However, surgery is usually tolerated well by pregnant women and the fetus when appropriate supportive care and anesthesia (maintaining BP and oxygenation at normal levels) are provided, so physicians should not be reluctant to operate; delaying treatment of an abdominal emergency is far more dangerous.
After surgery, antibiotics and tocolytic drugs are given for 12 to 24 h.
If nonemergency surgery is necessary during pregnancy, it is most safely done during the 2nd trimester.
Structural abnormalities of the uterus and cervix (eg, uterine septum, bicornuate uterus) make the following more likely:
Uterine fibroids uncommonly cause placental abnormalities (eg, placenta previa), preterm labor, and recurrent spontaneous abortion. Fibroids may grow rapidly or degenerate during pregnancy; degeneration often causes severe pain and peritoneal signs.
Cervical insufficiency (incompetence) makes preterm delivery more likely. Cervical insufficiency can be treated with surgical intervention (cerclage), vaginal progesterone, or sometimes a vaginal pessary.
If, before pregnancy, women have had a myomectomy in which the uterine cavity was entered, cesarean delivery is required because uterine rupture is a risk during subsequent vaginal delivery.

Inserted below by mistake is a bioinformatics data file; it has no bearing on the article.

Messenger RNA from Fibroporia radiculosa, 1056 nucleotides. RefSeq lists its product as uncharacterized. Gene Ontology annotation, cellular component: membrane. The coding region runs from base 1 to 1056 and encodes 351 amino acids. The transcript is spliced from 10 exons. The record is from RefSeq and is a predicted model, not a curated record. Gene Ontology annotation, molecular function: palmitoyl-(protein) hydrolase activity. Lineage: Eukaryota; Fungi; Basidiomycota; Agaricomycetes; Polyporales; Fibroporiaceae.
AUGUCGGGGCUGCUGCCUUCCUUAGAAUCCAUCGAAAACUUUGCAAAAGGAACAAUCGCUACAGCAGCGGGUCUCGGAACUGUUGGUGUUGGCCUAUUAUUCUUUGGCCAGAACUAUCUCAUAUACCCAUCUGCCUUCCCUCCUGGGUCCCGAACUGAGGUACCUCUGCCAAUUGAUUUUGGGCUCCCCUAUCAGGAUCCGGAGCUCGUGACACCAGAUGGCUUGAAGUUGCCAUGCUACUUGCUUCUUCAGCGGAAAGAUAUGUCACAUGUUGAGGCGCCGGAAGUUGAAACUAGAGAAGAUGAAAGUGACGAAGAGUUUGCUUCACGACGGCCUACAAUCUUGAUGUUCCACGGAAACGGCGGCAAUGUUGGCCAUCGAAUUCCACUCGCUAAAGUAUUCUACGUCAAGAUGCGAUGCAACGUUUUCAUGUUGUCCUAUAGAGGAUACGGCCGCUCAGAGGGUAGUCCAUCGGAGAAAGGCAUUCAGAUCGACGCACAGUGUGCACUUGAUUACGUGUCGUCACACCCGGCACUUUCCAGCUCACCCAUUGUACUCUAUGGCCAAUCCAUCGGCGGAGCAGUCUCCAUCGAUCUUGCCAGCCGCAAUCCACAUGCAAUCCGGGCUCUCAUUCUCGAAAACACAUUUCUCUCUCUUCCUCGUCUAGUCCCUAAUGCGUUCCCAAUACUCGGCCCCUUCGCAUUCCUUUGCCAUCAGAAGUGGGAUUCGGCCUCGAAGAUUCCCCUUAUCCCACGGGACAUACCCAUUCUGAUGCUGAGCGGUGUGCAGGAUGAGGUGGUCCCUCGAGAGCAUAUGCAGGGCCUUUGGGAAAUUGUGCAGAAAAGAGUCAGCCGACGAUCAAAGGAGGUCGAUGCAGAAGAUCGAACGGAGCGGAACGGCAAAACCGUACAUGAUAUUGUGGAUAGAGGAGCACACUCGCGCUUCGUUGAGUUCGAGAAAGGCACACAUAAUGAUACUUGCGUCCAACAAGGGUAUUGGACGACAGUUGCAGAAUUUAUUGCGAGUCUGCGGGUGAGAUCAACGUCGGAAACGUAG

Uterine abnormalities that lead to poor obstetric outcomes often require surgical correction, which is done after delivery.
Teenagers, who account for 13% of all pregnancies, have an increased incidence of preeclampsia, preterm labor, and anemia, which often leads to fetal growth restriction. The cause, at least in part, is that teenagers tend to neglect prenatal care, frequently smoke, and have higher rates of sexually transmitted diseases.
In women > 35, the incidence of preeclampsia is increased, as is that of gestational diabetes, dysfunctional labor, abruptio placentae, stillbirth, and placenta previa. These women are also more likely to have preexisting disorders (eg, chronic hypertension, diabetes). Because risk of fetal chromosomal abnormalities increases as maternal age increases, genetic testing should be offered.
Pregnant women whose BMI was < 19.8 kg/m2 before pregnancy are considered underweight, which predisposes to low birth weight (< 2.5 kg) in neonates. Such women are encouraged to gain at least 12.5 kg during pregnancy.
Pregnant women whose BMI was 25 to 29.9 kg/m2 (overweight) or ≥ 30 (obese) before pregnancy are at risk of maternal hypertension and diabetes, postterm pregnancy, pregnancy loss, fetal macrosomia, congenital malformations, intrauterine growth restriction, preeclampsia, and the need for cesarean delivery. Ideally, weight loss should begin before pregnancy, first by trying lifestyle modifications (eg, increased physical activity, dietary changes). Women who are overweight or obese are encouraged to limit weight gain during pregnancy, ideally by modifying their lifestyle. The Institute of Medicine (IOM) uses the following guidelines: